Say the names of these Colorado towns out loud: Silverton. Leadville. Silver Plume. Rico. Bonanza. Ironton. The last two are ghost towns, but the names of each allude to a history that - most of the time - is nearly invisible to most of the state's residents.

That mineral-rich past burst into the public consciousness after Environmental Protection Agency workers mistakenly triggered a release of contaminated water from the Gold King mine just above Silverton. The rust-colored water, laden with iron and several heavy metals, including very high concentrations of arsenic and lead, oozed its way down the Animas River, through the town of Durango and into New Mexico and beyond.

In the spill's wake, many questions have been raised. One is, just how big is the scale of mining wastewater problems in Colorado? Another is, what is being done to clean them up?

Pulling Colorado's State Fish Back From The Brink

Jul 15, 2015
Mariah Lundgren / Platte Basin Timelapse, used w/ permission

Colorado's mountain streams are premier trout fishing destinations, but anglers aren't likely to reel in a greenback cutthroat trout. That's because until a few years ago, Colorado's state fish was on the brink of extinction.

"Last time we pretty much just focused on the pools, there wasn't much sitting in these faster areas," said biologist Josh Nehring as he wades up Bear Creek, a few miles outside Colorado Springs. "But it's just running so high this year."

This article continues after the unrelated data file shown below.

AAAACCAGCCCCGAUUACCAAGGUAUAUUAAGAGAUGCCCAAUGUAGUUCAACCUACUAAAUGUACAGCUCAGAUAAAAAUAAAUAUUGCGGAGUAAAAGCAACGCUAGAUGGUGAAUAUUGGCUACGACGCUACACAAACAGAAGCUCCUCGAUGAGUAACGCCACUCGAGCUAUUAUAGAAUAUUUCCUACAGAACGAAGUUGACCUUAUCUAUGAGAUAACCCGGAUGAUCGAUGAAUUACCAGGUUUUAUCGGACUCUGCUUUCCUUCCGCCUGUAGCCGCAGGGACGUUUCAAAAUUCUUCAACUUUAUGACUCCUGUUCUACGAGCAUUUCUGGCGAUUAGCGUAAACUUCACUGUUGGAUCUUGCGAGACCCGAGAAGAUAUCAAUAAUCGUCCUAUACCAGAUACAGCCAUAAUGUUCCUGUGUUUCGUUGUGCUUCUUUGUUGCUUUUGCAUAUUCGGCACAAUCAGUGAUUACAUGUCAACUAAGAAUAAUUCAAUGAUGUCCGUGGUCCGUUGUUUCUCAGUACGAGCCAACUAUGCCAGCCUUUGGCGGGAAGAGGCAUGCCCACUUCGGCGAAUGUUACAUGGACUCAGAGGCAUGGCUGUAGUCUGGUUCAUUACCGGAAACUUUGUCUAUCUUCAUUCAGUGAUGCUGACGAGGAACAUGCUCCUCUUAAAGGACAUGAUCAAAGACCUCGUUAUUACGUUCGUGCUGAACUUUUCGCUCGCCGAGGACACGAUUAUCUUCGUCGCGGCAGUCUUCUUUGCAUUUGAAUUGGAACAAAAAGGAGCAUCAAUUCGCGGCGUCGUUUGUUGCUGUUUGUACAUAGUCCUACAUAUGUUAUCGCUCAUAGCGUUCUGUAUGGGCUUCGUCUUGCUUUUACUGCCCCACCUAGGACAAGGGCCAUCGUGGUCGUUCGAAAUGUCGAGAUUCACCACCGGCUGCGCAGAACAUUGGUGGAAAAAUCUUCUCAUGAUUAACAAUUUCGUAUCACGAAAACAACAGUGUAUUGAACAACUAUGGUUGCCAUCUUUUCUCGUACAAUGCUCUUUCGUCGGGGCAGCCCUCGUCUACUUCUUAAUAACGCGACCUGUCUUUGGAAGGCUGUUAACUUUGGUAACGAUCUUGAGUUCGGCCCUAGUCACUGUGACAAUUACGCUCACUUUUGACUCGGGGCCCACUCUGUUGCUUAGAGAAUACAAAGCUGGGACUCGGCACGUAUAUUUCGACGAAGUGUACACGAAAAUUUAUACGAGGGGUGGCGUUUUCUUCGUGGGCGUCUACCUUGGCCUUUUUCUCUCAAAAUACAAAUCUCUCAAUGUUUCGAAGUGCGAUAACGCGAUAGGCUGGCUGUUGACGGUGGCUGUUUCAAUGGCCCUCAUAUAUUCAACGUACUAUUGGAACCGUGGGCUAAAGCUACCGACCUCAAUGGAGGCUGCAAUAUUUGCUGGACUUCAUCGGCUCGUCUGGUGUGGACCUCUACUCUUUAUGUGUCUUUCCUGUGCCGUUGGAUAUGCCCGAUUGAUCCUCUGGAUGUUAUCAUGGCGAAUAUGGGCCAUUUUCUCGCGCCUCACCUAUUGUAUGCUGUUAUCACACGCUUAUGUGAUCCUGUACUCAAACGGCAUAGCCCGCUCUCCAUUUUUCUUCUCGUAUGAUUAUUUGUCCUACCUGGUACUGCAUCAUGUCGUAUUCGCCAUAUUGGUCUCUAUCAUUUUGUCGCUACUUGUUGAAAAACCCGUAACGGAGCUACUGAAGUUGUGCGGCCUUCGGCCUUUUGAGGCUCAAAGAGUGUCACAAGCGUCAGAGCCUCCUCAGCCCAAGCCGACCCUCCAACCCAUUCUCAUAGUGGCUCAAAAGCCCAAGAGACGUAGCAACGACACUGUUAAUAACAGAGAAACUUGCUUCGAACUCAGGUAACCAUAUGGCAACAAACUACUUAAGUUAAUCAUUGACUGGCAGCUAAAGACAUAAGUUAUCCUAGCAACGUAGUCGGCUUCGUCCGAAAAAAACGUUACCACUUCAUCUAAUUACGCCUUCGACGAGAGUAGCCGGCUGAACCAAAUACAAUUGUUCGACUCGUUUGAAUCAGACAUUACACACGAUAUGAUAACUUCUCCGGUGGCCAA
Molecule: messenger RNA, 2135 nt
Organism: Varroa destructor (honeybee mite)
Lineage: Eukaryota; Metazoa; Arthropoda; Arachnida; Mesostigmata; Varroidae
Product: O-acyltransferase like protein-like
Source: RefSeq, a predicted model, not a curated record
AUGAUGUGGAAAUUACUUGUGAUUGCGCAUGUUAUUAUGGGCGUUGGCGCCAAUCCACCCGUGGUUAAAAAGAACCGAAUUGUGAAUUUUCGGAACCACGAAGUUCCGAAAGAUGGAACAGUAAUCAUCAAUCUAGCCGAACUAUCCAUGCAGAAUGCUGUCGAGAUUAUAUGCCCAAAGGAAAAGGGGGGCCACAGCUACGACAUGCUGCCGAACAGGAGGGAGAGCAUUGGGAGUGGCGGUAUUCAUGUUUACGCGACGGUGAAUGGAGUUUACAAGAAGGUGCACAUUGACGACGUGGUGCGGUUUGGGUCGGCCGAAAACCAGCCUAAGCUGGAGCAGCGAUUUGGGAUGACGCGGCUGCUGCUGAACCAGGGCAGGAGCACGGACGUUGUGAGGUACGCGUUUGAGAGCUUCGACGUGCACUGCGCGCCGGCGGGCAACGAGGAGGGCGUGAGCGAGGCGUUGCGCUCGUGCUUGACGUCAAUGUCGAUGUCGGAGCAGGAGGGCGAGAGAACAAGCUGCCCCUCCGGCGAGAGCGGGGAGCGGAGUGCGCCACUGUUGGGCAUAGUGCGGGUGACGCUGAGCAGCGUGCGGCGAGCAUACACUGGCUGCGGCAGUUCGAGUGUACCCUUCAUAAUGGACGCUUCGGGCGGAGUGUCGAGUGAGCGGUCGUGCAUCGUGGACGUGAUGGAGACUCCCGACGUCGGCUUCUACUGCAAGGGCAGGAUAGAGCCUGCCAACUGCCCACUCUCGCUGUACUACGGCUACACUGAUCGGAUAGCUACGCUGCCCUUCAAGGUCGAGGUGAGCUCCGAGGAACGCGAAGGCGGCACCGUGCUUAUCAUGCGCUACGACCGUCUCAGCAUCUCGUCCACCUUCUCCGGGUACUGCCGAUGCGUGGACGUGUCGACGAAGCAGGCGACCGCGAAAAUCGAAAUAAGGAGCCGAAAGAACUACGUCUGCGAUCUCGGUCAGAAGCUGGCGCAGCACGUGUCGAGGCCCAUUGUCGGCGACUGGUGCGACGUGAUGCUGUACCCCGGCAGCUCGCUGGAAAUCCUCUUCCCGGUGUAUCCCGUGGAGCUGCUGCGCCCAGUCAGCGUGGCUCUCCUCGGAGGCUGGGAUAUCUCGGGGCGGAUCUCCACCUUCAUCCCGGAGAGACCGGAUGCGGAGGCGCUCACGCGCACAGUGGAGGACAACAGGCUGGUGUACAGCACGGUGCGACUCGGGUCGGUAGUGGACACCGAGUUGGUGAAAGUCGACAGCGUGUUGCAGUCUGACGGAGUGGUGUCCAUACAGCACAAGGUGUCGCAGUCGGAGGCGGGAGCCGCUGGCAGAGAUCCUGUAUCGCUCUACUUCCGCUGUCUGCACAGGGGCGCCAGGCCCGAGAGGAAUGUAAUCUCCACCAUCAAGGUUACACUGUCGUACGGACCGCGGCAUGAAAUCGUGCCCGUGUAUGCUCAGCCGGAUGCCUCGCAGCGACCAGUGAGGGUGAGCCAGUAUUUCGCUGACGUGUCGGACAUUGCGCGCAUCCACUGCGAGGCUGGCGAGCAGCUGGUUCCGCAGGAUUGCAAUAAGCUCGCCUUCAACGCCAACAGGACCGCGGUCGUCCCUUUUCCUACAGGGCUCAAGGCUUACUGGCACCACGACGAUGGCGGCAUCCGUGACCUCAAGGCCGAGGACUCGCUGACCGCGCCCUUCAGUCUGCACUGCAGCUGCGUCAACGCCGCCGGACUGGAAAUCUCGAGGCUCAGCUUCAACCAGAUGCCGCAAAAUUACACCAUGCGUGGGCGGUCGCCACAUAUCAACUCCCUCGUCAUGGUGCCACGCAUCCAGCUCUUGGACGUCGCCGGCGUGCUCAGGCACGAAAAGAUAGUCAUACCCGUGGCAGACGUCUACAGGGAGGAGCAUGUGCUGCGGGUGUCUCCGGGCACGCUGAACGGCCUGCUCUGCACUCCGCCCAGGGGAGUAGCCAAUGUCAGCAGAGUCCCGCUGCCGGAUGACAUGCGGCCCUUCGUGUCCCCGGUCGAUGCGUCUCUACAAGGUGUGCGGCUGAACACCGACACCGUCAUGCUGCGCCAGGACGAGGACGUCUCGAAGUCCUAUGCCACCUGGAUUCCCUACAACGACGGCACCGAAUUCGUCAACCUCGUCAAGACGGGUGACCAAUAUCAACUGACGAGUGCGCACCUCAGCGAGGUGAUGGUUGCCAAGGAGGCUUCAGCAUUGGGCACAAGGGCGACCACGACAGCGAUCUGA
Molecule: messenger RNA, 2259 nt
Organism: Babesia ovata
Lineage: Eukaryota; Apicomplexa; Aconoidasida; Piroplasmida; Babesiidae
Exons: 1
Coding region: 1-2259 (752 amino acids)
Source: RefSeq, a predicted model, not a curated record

Nehring is electrofishing: sending a current through the water to attract and stun the fish, making them easier to catch. Nehring hopes to find a few trout here to help establish many more elsewhere.

Robert Leja / KUNC

The Courage Classic is a three-day bicycle tour that’s fueled by individual and team fundraising efforts that benefit Children’s Hospital Colorado.

Leadville Sinkhole Reveals Town’s Mining Heritage

Jul 18, 2012
CDOT Facebook Page / CDOT

The town of Leadville has a growing problem. A 100-foot deep sinkhole has shut down traffic between the city and the Vail valley where many residents commute to work every day. But this is more than your average sinkhole.

CDOT Facebook Page / CDOT

Right in the middle of the summer 2012 travel season, US24 north of Leadville was closed by a little bit of history. A long forgotten and collapsed railroad tunnel finally revealed itself with a sinkhole.

CDOT Facebook Page / CDOT

The Colorado Department of Transportation is reporting a giant sinkhole that opened up near Leadville on US24. Traffic is now diverting to Highway 91 near the gaping hole in the ground due to concerns it may grow.